If you're from Austin, voting in a grocery store probably feels like a normal thing. But to those who are newer to town, it's unusual.
Mariko Troyer grew up in Westchester, N.Y. She went to college in Seattle and voted at conventional polling places, like schools and libraries. When she moved to Austin, she was surprised that the polling location closest to her work was a Randalls grocery store.
“Just as I was thinking about it, it’s really strange — at least as far as I’m concerned — to vote in a grocery store,” Troyer said. “I was talking to a couple of my friends about it, too, who live out of state. They also thought, 'Grocery store? Why would you vote there?’”
That prompted her to ask our ATXplained series: What’s the history behind why so many polling locations in Austin are in a grocery store?
Travis County Clerk Dana DeBeauvoir says voting in grocery stores started sometime in the 1990s.
“Randalls, and Wheatsville and Fiesta, and a couple of other stores stepped up for us, especially after 2000, and said, ‘We will help you,’” DeBeauvoir said. “Because we just couldn’t find enough locations to reach our growing population without their real estate.”
She approached the stores with the idea of making voting more of an everyday activity.
“Elections needed to go where the voters were and not expect voters to go where the ballots were,” she said. “So, I stopped offering only locations that were government buildings and started offering locations where voters already were and that included all kinds of retail opportunities.”
Through the years, DeBeauvoir opened up voting centers in malls and shopping centers, like the current one in Southpark Meadows. International grocery store chain MT Supermarket, on North Lamar Boulevard, has also come on board.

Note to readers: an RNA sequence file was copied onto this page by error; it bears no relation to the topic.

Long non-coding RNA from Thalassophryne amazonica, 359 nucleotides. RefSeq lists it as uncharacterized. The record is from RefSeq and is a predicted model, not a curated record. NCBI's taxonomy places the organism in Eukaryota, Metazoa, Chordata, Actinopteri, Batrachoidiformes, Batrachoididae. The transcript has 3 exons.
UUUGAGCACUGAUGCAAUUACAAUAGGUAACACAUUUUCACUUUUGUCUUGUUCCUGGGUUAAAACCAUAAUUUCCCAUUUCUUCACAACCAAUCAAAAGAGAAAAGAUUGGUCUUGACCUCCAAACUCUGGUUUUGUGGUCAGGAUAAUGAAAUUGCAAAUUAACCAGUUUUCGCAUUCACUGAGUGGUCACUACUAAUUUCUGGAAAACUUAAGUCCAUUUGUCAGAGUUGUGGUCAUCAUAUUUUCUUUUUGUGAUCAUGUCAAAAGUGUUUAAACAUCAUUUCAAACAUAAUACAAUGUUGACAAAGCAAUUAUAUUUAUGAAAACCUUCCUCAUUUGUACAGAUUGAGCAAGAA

Travis County uses as many grocery stores as it can, usually to great success — maybe too great, especially as lines grow during the last hours of early voting and on election days.
“Take it easy on them," DeBeauvoir said. "It’s hard on them when the lines really pile up like that. We don’t have to treat them like that. There are other locations where you can vote more quickly.”
She is also thankful for the sacrifice of a store's valuable floor space that is effectively loaned to voters for a few weeks.
So far, it seems there’s a lot of giving from the store — so, what might they get out of it?
Lilia Rodriguez, a spokesperson for Fiesta Mart, says grocery store voting is a win-win for the store and customers.
“You can go in, vote, do your thing and then shop, or shop and then stand in line, depending on how busy it is, really the thing is to gauge it,” Rodriguez said.
Stores may also pick up customers who would not typically be in the habit of stopping in.
“Maybe they weren’t aware that the Randalls was there, so, yeah, there is a great opportunity to drive some traffic to the store,” said Christy Lara, director of public relations for Albertson’s Southern Division, Randalls' parent company. “So, we’re happy to be a part of that.”
She says a grocery store — like voting — is central to a community. “Allowing people a place to come and vote that’s easily accessible is one of the benefits that we see as part of this,” Lara said.
But you might notice the biggest player in the Austin grocery market is missing.